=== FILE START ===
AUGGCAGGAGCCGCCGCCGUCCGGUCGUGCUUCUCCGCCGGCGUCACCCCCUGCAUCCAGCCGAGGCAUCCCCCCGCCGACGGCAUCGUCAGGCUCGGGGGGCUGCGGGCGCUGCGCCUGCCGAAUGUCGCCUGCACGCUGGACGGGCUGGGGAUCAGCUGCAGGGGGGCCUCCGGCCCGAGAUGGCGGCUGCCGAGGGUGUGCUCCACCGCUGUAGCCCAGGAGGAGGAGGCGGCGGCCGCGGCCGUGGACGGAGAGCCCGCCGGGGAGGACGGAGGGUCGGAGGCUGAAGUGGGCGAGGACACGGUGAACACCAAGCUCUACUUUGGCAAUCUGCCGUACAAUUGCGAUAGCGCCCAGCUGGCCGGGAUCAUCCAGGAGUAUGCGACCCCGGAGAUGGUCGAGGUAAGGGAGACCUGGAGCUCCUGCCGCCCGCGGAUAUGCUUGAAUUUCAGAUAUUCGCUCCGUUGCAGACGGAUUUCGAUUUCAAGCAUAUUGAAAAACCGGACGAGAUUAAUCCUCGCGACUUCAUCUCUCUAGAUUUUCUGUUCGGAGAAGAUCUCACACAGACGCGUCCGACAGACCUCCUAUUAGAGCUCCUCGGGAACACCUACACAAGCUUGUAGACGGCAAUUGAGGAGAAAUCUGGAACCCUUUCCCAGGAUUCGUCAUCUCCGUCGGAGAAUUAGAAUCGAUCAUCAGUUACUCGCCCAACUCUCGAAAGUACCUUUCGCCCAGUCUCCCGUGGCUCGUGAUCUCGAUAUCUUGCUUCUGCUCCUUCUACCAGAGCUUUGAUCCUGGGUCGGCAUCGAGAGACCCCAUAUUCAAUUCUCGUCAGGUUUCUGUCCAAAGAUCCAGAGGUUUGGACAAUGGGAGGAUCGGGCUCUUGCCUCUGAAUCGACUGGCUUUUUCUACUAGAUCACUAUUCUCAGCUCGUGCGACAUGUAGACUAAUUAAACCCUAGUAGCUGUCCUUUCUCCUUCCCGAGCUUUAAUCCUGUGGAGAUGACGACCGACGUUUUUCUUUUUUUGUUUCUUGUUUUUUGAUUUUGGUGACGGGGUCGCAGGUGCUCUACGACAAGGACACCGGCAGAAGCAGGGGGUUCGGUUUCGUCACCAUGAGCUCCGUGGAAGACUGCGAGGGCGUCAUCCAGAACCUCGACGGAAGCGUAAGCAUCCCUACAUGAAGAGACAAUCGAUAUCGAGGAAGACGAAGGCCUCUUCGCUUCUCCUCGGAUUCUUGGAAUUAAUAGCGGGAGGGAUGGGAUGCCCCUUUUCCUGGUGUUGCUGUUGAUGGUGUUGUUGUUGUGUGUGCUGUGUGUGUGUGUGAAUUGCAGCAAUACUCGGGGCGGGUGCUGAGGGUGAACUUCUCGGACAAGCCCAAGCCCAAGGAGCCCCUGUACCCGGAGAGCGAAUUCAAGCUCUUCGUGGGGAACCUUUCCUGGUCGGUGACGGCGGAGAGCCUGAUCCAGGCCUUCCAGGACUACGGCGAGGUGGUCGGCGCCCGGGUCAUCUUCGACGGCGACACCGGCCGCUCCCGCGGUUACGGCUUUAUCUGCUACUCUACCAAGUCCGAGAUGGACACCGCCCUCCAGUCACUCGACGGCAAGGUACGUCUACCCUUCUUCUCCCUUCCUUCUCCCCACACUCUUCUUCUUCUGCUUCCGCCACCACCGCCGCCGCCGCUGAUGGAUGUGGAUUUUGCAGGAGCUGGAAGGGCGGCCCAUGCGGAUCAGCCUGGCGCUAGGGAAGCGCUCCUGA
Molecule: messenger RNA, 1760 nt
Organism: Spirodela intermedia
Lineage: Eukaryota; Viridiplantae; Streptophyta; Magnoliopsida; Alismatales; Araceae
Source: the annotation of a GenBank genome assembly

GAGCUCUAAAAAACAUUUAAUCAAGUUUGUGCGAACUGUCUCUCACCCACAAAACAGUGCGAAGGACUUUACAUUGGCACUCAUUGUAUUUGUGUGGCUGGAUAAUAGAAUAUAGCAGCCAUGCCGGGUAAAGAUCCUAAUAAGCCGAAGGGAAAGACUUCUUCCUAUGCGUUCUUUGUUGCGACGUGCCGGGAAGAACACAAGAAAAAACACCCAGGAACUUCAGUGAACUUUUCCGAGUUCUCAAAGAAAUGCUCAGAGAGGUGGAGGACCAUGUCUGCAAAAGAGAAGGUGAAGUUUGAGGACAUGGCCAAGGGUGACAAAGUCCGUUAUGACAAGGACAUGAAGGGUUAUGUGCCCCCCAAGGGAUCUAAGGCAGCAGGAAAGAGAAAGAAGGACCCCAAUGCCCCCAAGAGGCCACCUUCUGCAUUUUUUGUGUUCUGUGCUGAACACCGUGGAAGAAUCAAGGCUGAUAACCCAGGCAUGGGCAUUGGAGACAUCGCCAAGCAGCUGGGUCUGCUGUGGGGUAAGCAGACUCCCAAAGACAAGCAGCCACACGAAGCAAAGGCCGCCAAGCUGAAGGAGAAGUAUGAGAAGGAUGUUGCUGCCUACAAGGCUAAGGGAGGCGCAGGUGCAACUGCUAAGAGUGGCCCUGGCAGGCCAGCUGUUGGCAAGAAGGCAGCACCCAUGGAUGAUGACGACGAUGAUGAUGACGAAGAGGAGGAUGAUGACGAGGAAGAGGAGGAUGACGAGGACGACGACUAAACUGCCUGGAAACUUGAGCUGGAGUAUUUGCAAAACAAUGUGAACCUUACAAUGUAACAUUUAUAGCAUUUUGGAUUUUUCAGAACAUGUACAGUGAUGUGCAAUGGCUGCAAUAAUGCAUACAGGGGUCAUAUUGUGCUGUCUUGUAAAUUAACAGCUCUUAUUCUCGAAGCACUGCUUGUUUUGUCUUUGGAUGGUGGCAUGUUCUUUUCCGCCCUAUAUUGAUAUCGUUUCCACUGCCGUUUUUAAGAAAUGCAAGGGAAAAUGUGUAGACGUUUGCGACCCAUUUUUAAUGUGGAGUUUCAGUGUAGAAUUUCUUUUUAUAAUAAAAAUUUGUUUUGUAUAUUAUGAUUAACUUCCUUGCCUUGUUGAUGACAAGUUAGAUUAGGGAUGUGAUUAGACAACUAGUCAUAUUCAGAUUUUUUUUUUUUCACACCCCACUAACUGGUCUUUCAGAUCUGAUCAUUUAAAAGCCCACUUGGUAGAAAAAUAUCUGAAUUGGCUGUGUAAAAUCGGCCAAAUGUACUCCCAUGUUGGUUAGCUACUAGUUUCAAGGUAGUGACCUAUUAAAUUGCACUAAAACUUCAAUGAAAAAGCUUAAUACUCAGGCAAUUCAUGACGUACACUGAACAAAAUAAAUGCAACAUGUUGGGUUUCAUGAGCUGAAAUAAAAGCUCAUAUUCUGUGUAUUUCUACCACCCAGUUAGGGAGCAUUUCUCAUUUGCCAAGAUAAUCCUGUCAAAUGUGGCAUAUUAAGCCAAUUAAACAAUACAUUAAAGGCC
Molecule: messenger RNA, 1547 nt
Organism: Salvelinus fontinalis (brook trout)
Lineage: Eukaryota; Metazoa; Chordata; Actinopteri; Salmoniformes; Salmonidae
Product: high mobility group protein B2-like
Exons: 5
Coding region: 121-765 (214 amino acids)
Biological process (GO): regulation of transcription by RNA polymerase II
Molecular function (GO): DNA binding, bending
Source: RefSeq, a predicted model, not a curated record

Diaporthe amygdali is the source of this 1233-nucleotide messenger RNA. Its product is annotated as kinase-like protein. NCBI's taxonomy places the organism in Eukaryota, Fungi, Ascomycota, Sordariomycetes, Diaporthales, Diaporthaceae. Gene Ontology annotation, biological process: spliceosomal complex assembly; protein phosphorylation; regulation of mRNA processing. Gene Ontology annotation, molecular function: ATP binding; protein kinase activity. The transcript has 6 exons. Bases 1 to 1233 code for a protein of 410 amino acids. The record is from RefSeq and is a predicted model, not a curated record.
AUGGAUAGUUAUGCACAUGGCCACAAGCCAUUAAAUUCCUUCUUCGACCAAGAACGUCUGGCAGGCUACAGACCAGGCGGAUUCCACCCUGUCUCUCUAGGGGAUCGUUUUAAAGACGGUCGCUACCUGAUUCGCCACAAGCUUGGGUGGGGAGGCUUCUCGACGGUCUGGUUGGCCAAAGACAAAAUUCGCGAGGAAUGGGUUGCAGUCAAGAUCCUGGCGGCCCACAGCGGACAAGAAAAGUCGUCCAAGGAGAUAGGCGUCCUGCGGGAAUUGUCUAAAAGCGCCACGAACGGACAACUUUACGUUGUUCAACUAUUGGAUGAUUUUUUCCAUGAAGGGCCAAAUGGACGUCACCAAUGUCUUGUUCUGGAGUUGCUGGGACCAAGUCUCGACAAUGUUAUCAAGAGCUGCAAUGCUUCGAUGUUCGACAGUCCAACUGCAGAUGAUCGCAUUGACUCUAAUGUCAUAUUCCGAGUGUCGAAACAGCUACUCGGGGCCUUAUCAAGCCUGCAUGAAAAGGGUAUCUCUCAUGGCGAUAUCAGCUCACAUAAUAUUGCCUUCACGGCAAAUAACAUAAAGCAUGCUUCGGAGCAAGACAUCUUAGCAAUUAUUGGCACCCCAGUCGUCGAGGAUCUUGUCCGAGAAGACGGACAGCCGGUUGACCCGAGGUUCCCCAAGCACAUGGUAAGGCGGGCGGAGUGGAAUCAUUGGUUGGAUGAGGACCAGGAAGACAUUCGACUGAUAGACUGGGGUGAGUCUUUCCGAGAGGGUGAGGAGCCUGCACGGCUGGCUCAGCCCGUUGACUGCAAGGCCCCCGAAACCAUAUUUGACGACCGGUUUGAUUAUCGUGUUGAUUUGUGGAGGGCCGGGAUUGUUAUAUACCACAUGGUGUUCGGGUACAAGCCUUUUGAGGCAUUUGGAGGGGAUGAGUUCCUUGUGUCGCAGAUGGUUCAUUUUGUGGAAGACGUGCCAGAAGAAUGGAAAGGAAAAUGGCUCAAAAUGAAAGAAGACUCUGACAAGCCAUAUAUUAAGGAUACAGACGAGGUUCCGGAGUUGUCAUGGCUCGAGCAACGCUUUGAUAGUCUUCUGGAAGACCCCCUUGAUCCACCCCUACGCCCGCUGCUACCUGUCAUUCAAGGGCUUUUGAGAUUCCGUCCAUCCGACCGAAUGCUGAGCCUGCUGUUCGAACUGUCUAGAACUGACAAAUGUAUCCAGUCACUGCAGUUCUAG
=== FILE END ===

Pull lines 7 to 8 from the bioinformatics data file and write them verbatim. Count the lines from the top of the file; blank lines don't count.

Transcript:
Molecule: messenger RNA, 1547 nt
Organism: Salvelinus fontinalis (brook trout)